Nargis, 25, narrowly escaped death during delivery of her third baby in September 2013. She came to Dhaka aged 10 in 1999 along with her family from the coastal district of Barguna as they had lost their homestead & belongings to river erosion. Once in Dhaka they made their home in Jheelpar Slum. She married a rickshaw puller called Zakir Hossain and successfully gave birth to two children. Nargis is a housewife and her family includes her mother; husband and the children. They live in a rented room of 10’ x 12’ sq. ft. and have to pay the rent of BDT 1,500 per month (there are no facilities – those are extra). Zakir is the only income source for the family and he earns, on and average, BDT 200 to 300 per day.

Nargis conceived her third baby and, being pregnant, she visited our clinic several times. She is one of 273 pregnant women who have received antenatal check-up & treatment since the clinic opened.  She also attended the monthly discussion sessions (along with 157 other women to date) entitled ‘Take care during the pregnancy period’.

As a precautionary measure she was advised by our doctor to have an ultra sound scan.   The scan showed that the baby was suffering from Hydrocephalus (build-up of fluid on the brain) and she was advised to return to hospital for the birth. However, her lack of education meant that she had not understood the problems her baby had and she did not show the scans to our doctor or attend the hospital again. She went into labour at home and the traditional birth attendants were unable to handle the delivery, as the legs arrived first and the (now dead) baby was left hanging due to the size of its head.

During this life threatening stage, the matter was brought to the attention of our doctor and as a result Nargis was immediately hospitalised in the Dhaka Medical College Hospital.  Other members of the local community have, in partnership with our clinic, formed a ‘Health Volunteers Group’ and they organised a local collection to help fund her stay and transport to and from the hospital.  They managed to raise BDT 12,000!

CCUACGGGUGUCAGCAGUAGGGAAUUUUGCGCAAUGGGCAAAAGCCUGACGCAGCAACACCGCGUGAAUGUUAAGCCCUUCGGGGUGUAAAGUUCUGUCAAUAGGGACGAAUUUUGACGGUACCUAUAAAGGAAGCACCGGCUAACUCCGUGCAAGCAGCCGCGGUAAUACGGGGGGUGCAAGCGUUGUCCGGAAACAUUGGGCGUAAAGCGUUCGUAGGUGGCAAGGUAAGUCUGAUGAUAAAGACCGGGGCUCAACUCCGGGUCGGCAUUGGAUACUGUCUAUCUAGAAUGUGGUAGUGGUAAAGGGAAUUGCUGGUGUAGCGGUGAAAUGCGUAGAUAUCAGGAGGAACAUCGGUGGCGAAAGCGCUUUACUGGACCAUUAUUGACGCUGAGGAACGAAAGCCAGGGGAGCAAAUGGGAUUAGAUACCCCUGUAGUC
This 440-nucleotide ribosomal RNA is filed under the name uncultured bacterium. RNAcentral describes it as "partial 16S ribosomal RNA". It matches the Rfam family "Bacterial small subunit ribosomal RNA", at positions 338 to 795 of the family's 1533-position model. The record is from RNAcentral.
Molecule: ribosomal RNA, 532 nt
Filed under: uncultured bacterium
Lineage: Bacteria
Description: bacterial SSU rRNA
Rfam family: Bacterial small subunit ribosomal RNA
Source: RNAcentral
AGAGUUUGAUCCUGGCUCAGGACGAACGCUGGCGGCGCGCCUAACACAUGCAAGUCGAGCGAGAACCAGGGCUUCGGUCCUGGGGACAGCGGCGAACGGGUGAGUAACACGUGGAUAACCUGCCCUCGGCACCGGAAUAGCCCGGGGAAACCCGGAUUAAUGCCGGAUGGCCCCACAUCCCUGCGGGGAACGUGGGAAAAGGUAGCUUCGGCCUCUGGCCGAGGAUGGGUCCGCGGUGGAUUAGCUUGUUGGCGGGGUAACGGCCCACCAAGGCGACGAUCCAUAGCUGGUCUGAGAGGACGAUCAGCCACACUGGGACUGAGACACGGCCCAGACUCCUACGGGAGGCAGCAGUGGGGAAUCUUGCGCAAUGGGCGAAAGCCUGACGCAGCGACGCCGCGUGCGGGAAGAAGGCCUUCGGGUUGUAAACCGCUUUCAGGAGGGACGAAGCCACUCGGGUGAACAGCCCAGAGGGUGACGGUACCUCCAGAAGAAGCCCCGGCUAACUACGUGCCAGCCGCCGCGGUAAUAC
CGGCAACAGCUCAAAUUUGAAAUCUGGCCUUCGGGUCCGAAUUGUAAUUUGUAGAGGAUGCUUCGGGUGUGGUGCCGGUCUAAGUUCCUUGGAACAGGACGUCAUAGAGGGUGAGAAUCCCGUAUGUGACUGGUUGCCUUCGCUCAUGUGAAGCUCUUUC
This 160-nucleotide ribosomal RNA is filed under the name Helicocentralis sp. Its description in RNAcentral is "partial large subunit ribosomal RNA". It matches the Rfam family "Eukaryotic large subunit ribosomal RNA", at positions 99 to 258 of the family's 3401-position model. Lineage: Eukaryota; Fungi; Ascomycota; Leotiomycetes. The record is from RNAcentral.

The hospital managed to deliver the dead baby and saved Nargis’ life, so there is one less family in Bangladesh without a mother to care for them. She would have died a slow and painful death if our clinic had not existed.

There are of course, still lessons to be learned.  If Nargis had really understood what her scan had shown, the risk to her life would have been minimised and a traumatic birth avoided.  So we need to work even more closely with the mothers that we send for scans to ensure that they have been correctly interpreted.

Another area we are already working on is giving the traditional birth attendants very some basic training to try and remove some of the myths around child birth while arming them with some skills to deal with more difficult births.  There is a long way to go, but we are on the road and have helped many desperately poor people along the way.